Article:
Coastal vs. Inland Empire HOAs: Understanding Different Needs
Southern California has a long history with homeowners associations and nearly all of the area’s new construction is part of an HOA. While all southern Californians love the region’s geographic diversity and roughly 280+ days of sun per year, inland and coastal homeowners associations face slightly different challenges.
Here are a few key topics to keep in mind regarding the differences between coastal and inland HOA management.
Different weather means different maintenance challenges
While southern California weather is exceptionally mild compared to the rest of the country, maintenance considerations will always be defined by conditions specific to a particular area. Many of the upkeep challenges are similar, but coastal HOAs battle the effects of moisture, salt air and sun, while inland maintenance is often focused on mitigating the effects of heat.
Coastal communities will likely need to paint and seal wrought iron more often to protect against damage from salt air. They’ll need to inspect exterior woodwork frequently, looking for damage from dry rot and termites. Finally, coastal HOAs should keep an eye on pool furniture or other outdoor furniture that has been sitting in salt air. Meanwhile, communities in the Inland Empire are more likely to need to paint exterior surfaces often to correct damage from intense sunlight and heat, inspect and maintain solar paneling and re-finish woodwork that has taken a beating from the sun.
Living near the great outdoors
HOAs further inland are more likely to border open spaces, and these undeveloped swaths of land are home to a greater concentration of wildlife. Inland Empire HOA management requires maintaining appropriate fencing around the perimeter of the community to keep homeowners and wildlife separated, for the safety and convenience of both. Inland HOAs are also wise to develop a plan to respond to the threat of wildfire, establishing communication and evacuation plans to help residents safely and calmly navigate an emergency.
Additionally, the added space afforded by inland locations may bring more opportunities for outdoor activities. Due to existing space limitations, coastal communities often already have firm rules in place regarding the storage and placement of recreational vehicles like boats, RVs and ATVs. Inland Empire communities should consider establishing appropriate regulations to promote homeowners’ freedom to enjoy outdoor activities while making sure to preserve the attractive aesthetic of the community.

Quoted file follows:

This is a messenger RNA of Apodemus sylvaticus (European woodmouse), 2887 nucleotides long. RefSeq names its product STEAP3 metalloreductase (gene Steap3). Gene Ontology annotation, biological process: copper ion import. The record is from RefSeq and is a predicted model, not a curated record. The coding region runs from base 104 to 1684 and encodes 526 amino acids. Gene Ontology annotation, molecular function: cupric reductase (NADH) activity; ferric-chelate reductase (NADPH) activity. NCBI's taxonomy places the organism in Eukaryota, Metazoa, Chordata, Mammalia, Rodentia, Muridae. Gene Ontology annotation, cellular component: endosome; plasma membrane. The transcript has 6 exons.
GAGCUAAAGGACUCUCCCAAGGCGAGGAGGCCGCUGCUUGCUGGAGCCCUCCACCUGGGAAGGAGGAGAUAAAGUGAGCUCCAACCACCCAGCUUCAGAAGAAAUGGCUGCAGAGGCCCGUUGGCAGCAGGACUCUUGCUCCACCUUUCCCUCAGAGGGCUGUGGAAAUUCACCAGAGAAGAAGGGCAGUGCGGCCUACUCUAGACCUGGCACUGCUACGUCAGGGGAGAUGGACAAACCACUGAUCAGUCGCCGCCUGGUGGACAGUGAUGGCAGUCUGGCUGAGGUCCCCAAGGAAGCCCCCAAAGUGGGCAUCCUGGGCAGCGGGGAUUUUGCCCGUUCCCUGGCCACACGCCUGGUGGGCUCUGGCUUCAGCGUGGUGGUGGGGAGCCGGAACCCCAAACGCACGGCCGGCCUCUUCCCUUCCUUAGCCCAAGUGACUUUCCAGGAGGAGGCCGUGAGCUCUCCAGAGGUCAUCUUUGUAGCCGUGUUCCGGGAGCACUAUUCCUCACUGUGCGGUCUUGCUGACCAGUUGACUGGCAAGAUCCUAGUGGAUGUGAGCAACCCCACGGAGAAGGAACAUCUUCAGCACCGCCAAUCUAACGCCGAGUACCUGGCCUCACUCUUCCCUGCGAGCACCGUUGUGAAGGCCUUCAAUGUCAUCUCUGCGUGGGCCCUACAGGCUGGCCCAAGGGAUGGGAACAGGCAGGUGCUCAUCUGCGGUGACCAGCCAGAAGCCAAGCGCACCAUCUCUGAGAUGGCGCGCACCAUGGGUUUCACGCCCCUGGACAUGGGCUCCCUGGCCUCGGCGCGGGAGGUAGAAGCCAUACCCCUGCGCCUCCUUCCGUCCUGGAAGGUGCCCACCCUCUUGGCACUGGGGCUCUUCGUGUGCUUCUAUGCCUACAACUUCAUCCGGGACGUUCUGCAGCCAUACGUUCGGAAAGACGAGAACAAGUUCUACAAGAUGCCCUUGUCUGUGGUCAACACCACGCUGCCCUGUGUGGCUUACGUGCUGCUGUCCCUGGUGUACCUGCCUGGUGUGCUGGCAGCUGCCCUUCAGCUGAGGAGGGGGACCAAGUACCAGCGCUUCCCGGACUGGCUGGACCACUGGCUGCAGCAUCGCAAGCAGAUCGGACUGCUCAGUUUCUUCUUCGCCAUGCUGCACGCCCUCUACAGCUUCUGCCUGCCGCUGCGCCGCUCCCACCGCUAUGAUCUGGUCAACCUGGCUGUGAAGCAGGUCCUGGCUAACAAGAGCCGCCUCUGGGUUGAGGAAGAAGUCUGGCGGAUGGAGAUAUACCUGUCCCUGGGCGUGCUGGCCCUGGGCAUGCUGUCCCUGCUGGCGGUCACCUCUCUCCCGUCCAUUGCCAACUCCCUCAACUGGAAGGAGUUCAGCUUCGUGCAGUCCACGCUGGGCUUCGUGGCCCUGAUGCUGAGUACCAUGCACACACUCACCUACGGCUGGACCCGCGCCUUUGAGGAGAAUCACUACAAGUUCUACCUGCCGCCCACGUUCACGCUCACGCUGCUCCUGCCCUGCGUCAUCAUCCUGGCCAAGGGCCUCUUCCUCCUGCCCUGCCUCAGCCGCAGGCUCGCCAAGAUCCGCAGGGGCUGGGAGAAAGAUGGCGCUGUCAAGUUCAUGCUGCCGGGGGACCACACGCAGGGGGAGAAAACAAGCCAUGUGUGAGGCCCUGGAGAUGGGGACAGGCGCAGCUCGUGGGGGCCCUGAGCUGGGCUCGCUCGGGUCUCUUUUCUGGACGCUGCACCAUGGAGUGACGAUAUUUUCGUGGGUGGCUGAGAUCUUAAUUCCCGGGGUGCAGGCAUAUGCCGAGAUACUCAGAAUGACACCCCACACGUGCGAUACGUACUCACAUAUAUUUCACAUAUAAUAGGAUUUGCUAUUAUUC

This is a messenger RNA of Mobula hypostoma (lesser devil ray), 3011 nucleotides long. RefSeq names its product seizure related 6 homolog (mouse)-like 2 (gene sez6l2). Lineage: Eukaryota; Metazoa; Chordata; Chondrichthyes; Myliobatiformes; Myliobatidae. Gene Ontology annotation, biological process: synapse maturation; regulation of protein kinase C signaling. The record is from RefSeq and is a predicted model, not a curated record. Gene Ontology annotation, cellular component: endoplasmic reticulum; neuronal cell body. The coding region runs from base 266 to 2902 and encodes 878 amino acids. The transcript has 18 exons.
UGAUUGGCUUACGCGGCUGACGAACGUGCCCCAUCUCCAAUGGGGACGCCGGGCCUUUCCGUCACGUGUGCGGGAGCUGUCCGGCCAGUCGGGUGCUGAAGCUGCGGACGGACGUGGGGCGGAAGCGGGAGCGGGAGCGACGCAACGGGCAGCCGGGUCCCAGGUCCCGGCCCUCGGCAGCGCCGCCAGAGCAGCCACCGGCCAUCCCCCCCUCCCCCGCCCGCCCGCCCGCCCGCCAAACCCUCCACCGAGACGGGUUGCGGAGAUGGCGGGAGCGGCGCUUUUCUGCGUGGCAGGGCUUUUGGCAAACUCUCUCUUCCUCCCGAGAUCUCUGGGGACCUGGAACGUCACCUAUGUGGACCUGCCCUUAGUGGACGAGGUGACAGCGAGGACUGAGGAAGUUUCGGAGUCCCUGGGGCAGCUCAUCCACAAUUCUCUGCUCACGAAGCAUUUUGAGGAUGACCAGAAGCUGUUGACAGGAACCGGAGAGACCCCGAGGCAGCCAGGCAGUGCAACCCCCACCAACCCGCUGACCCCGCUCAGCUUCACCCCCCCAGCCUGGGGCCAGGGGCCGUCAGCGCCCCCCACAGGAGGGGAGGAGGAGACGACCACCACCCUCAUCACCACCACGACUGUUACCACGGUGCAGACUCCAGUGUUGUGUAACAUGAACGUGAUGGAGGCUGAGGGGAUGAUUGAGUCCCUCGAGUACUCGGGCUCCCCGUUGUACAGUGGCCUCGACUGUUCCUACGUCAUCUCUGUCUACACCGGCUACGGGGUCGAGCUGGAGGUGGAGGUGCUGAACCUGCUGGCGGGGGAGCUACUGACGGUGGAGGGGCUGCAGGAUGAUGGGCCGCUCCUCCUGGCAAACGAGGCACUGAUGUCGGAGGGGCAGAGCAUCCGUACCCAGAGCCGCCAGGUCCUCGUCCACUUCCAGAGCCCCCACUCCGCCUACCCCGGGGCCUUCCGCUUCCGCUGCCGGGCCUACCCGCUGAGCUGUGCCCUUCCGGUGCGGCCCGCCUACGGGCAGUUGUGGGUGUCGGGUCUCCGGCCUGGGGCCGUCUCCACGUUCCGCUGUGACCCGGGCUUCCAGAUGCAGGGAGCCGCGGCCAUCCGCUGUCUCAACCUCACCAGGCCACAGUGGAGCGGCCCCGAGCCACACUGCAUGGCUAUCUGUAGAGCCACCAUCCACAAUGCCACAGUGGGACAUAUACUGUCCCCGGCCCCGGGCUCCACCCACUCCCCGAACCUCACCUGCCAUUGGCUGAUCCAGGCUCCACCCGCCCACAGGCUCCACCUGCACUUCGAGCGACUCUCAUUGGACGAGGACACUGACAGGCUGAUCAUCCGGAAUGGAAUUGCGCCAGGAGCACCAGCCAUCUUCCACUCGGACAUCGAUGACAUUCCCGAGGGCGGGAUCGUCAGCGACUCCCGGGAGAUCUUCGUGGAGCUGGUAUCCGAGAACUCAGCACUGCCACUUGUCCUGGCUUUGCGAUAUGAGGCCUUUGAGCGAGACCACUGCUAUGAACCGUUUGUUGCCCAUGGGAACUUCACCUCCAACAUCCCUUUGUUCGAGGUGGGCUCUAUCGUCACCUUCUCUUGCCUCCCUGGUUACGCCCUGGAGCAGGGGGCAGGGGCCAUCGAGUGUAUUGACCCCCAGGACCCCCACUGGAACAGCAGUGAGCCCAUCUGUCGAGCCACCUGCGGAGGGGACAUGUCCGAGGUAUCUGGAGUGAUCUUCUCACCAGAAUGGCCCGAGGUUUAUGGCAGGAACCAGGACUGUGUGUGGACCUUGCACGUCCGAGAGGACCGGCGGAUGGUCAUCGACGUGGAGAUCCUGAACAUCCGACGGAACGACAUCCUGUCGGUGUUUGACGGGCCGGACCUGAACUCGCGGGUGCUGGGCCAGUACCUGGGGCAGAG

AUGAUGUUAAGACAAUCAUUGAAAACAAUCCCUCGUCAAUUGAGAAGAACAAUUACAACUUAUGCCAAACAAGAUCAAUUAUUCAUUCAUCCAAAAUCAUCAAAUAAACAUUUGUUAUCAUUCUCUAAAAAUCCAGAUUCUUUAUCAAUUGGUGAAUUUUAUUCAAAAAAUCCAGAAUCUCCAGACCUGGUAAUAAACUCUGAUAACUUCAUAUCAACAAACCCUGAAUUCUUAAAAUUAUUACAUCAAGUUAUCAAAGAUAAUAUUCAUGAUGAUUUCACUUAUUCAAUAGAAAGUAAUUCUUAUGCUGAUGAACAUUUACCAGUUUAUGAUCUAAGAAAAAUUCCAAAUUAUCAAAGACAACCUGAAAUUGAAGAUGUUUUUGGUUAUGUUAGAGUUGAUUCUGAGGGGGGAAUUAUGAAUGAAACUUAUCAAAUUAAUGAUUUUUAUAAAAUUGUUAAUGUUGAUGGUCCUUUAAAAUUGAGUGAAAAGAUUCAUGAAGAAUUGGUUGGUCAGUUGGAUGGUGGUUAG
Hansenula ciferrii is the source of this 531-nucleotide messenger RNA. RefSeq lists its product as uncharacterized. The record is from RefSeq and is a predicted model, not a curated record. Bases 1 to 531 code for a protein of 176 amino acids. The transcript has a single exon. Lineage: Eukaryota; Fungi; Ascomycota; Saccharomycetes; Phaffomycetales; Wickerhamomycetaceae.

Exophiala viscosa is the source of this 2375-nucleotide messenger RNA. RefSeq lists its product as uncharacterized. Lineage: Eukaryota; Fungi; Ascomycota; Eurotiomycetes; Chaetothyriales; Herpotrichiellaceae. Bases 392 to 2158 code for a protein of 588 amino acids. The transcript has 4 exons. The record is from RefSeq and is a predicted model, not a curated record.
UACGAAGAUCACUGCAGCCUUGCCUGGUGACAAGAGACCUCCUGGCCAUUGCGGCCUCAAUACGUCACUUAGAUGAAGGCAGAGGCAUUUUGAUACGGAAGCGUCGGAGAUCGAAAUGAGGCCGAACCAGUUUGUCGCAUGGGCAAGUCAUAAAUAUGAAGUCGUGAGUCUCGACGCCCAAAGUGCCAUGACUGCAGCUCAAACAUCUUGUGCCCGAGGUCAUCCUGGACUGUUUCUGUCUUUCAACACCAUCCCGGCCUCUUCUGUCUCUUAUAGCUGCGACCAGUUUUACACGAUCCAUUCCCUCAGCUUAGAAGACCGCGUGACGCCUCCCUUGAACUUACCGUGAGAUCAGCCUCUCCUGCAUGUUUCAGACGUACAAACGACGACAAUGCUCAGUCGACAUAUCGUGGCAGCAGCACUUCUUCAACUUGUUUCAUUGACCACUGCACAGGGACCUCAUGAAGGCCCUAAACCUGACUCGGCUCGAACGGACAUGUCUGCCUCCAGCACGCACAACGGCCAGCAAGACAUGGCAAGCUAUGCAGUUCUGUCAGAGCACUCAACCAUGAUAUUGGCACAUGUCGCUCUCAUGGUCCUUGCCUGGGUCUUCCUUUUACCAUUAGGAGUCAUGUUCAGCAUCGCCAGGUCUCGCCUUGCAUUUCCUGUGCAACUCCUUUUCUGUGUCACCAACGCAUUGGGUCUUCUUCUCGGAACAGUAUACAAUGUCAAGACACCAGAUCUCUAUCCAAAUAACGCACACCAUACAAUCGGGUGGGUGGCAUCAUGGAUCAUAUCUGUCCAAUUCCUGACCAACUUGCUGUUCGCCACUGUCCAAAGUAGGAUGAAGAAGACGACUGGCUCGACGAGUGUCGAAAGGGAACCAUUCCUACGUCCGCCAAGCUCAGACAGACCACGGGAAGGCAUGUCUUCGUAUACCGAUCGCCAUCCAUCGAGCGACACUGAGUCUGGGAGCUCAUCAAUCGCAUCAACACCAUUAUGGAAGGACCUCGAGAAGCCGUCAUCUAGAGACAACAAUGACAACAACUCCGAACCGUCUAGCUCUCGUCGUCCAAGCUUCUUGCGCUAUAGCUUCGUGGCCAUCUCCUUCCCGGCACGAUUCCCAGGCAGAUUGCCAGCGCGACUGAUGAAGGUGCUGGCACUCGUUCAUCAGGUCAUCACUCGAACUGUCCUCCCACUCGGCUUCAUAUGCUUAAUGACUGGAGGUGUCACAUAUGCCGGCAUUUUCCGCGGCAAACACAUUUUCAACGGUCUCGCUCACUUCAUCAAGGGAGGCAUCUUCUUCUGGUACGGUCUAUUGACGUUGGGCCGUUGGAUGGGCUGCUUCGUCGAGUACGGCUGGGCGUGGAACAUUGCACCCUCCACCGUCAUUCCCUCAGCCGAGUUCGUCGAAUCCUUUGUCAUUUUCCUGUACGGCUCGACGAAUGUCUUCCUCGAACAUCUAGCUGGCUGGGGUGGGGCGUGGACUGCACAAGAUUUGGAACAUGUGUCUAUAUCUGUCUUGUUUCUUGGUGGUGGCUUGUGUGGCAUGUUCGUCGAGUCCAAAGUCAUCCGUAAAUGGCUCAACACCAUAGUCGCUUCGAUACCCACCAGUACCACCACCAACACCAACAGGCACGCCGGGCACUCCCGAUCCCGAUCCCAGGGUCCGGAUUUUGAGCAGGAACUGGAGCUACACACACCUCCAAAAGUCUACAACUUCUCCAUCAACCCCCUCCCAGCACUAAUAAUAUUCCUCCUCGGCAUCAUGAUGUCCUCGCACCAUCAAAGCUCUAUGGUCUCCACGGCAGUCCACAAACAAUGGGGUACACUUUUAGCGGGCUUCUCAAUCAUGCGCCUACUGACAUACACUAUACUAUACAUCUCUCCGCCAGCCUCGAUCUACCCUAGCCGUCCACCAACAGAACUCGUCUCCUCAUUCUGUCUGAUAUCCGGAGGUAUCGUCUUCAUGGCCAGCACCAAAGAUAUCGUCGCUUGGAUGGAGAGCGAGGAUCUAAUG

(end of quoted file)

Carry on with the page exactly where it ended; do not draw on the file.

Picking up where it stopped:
Population spikes at the beach
The beaches of southern California are one of the area’s biggest draws, so coastal communities are tasked with managing demands that come with a denser population. Coastal HOAs may experience more challenges regarding parking scarcity and guidelines regarding vacation rentals, particularly during traditionally busy times of year for vacationers, such as summertime and around the holidays. HOAs facing these issues should explicitly articulate community rules & regulations regarding each.
Older communities, dated amenities
Many coastal HOAs were established decades before their inland counterparts. As such, some coastal HOAs might still feature amenities that reflect the priorities of the association during a previous era. Coastal HOAs that are over 30 years old might want to consider if their amenities are keeping up with the needs of today’s southern California residents. If not, it might be time to start planning for a remodel to install amenities that match the lifestyle of their community today.
Drought is a problem across southern California, so many of the newer communities further inland have been designed from their inception to feature drought-tolerant landscaping. Older communities on the coast may be tasked with swapping out turf and other thirsty non-native plants that no longer make sense for today’s environmentally aware communities. These HOAs may need to rethink their outdoor spaces, selecting a vendor with experience transitioning communities with large outdoor spaces to drought-tolerant landscaping that makes more sense.
Because communities across southern California face many of the same challenges, more and more boards are recognizing the benefits of sharing coastal and Inland Empire HOA management best practices between them. That said, distinctive aspects of location present specific considerations that HOA board members should keep in mind as they strive to help their own community reach its full potential.
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